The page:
Crooks and Liars

  New Nevada Agriculture Director
Takes Aim at Wild Horses

Part Sixteen

News From the Front - April 27, 2008

Field Trip to Reno

A contingent of about 20 advocates carried signs and circled the Nevada Republican Convention in Reno for about an hour Saturday. Advocates were available to discuss the horse issue with any interested officials and delegates. What the advocates didn't know was while they were enjoying the outdoor sunshine, the convention had derailed and was plunging down a cliff over the nominating process for national delegates. Apparently the whole convention broke down, or in the words of Lt. Governor Brian Krolicki, a "free-form fiasco." According to the Nevada Appeal and TV station KRNV, State Senator Bob Beers had to leave the floor under the protection of a security escort. Apparently not enough delegates were left after the scrap to complete the party's business.

If the media reports are correct, the delegates would have been far better off to hang out with the advocates who were enjoying a spectacular April day outside on Virginia Street.

Additional photos and a description of the day's activities can be viewed here.

True Patriots

Some of you might notice the script added at the bottom of each page of this report - just above the spacer bar that shows a line of Virginia Range horses - that says, The spirit of Thomas Paine lives on. Thomas Paine stirred the colonies to action through his pamphlets, much the same as the news media and news blogs do today. Reporting events and discussing what they mean is part of why America is successful - when it is successful. True Patriots tell it like it is, regardless as to the degree of pressure exerted by the other side.

Past and Present Connections

Thomas Paine was one of America's original patriots and Founding Fathers. He once had a job as one of King George's excise (tax) officers. Being a bit too opinionated he got fired from that job twice before he met Benjamin Franklin and moved to Philadelphia. (King George wasn't too pleased with Paine publishing the pamphlet, The Case of the Officers of Excise in 1772 that argued for better pay for excise officers.)

Paine set up a printing business in the New World and among his works were Common Sense, a pamphlet that inspired the American people, and Crisis, that inspired the Revolutionary Army.

Thomas Paine helped seed a doctrine that was reaffirmed by the Republican Party's most famous President, Abraham Lincoln, of "Government of the people, by the people and for the people" (Lincoln's Gettysburg Address.) Our government was to be responsive to the people and it was the people's responsibility to hold their government to account. Hence our Constitution put final power in the hands of the people and protected the people's rights to criticize what they observed were faults in our government.

The right to free expression, criticism, and redress of grievances is as American as our stars and stripes. Mr. Lesperance and his friends exercised those rights years ago in their "Shovel Brigade." As private citizens they had the right to assemble and demonstrate for what they believed was improper governmental behavior whether others believed them to be correct or not. Thomas Paine might say they had a patriotic obligation to do so as he might similarly reflect upon the effort of wild horse advocates to obtain redress over policies regarding wild horses.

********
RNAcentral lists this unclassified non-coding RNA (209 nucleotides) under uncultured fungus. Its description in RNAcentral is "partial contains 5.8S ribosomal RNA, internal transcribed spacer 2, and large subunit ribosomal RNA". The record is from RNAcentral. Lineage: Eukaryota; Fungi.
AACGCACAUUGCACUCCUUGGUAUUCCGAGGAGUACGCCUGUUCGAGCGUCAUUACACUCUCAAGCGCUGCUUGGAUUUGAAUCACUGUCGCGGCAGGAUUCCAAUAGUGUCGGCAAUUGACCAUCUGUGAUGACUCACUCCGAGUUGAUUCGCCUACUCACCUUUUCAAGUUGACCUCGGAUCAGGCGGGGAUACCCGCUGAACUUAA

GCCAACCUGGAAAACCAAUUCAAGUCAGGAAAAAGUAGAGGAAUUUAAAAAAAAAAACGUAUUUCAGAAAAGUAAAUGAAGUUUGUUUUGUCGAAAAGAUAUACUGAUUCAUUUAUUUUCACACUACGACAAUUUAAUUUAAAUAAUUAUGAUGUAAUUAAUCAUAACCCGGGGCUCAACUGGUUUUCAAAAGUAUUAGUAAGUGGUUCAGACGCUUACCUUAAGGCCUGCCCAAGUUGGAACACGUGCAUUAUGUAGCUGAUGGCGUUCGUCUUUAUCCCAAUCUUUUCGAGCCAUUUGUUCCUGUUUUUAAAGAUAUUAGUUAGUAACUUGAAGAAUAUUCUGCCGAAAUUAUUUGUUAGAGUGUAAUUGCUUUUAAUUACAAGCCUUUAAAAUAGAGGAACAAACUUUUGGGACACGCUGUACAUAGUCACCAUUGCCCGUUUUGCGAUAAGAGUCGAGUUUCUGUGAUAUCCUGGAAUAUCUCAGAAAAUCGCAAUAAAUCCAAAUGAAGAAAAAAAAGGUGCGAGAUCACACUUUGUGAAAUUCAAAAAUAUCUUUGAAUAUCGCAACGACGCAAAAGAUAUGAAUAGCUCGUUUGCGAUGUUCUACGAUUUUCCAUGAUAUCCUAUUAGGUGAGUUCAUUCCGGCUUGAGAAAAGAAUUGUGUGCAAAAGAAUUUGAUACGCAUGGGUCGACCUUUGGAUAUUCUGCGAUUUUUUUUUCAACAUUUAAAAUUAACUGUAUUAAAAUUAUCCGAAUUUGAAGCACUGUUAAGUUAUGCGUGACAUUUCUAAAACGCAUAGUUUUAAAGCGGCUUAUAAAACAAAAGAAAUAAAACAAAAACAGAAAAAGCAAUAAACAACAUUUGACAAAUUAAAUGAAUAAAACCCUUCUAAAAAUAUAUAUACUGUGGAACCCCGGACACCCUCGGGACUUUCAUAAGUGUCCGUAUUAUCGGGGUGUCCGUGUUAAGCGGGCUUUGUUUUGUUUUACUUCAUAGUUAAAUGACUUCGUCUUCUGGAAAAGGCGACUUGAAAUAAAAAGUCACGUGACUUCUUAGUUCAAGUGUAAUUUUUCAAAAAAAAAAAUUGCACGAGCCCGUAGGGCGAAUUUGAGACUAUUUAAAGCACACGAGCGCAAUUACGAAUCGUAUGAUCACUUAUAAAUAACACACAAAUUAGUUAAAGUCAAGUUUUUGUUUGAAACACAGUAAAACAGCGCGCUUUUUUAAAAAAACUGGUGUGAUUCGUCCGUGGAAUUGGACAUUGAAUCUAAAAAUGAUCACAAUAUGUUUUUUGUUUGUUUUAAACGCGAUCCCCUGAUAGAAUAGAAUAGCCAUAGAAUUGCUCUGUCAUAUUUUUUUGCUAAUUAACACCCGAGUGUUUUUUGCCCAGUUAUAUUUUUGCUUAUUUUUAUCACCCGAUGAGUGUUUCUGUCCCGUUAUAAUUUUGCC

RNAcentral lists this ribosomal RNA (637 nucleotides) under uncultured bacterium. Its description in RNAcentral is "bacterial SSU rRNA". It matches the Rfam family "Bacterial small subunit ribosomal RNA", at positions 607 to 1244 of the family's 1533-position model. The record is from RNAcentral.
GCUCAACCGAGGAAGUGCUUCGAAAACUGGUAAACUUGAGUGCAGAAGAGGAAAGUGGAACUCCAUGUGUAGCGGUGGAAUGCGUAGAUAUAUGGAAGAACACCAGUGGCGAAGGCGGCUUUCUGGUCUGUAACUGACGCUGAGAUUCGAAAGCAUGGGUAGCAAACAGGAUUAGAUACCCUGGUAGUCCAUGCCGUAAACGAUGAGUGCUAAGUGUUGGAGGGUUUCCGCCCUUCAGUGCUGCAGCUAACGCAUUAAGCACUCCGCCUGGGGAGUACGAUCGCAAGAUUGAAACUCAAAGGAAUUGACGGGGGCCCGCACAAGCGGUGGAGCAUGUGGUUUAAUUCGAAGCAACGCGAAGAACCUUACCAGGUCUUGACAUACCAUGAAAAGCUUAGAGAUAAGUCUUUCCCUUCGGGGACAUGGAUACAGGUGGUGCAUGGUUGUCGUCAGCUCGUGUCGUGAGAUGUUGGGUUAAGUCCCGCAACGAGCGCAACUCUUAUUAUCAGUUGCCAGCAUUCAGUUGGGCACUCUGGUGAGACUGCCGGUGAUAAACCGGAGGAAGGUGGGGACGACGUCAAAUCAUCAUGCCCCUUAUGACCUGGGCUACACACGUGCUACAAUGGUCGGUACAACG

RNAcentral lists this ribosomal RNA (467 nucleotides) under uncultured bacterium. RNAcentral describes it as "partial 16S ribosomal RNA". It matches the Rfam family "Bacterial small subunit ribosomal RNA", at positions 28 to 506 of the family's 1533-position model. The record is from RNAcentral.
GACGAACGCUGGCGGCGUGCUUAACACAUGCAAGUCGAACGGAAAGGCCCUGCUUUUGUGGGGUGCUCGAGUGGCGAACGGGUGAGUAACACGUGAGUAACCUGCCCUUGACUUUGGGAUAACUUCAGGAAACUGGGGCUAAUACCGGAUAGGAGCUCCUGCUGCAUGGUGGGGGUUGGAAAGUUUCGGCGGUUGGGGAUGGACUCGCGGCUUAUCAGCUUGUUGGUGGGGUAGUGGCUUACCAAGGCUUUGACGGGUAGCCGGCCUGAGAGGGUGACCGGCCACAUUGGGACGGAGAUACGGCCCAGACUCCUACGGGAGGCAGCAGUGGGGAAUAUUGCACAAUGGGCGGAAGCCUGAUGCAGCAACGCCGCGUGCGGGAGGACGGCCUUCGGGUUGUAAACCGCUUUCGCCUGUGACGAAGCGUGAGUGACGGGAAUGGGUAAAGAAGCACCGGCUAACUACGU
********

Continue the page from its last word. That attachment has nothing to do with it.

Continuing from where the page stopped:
There is a line when it comes to freedom of expression that both sides have to observe. Those with grievances cross the line when they disrupt lawful meetings, cause property damage or become unruly. A riot is an extreme example of expression taken beyond reasonable and lawful limits. On the other hand, it is similarly improper and in some cases unlawful for any governmental entity or agent to interfere with any lawful expression, or attempt to intimidate or threaten lawful parties in opposition. Freedom of expression cannot be abridged.

Mr. Lesperance now works for the government. In accepting their jobs he and his subordinates are held to a higher standard. In this role reversal, he is the one who has to accept public criticism and sending people out to try to intimidate those opposed to his policies is improper, and depending upon degree, possibly illegal.

Ultimately every governmental entity in the United States is responsible to the people. Those administrations who forget that principle don't belong here.

By the way, here's what the people from Lesperance's home town of Elko think about him. (Please note that this article and "Community Speaks" comments appeared on March 3rd, a month before the horse wars began.)

Lesperance heads ag dept., Elko Daily Free Press, March 3, 2008.

And here's what the people responding to the Nevada Appeal poll think of his horse round-up plan.

Thought for the day.

If you have a wildcat by the tail and you find yourself in a situation where you can't let go, who's actually got hold of whom?

Continue to Part Seventeen - Liars Club

Return to Part Fifteen

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The spirit of Thomas Paine lives

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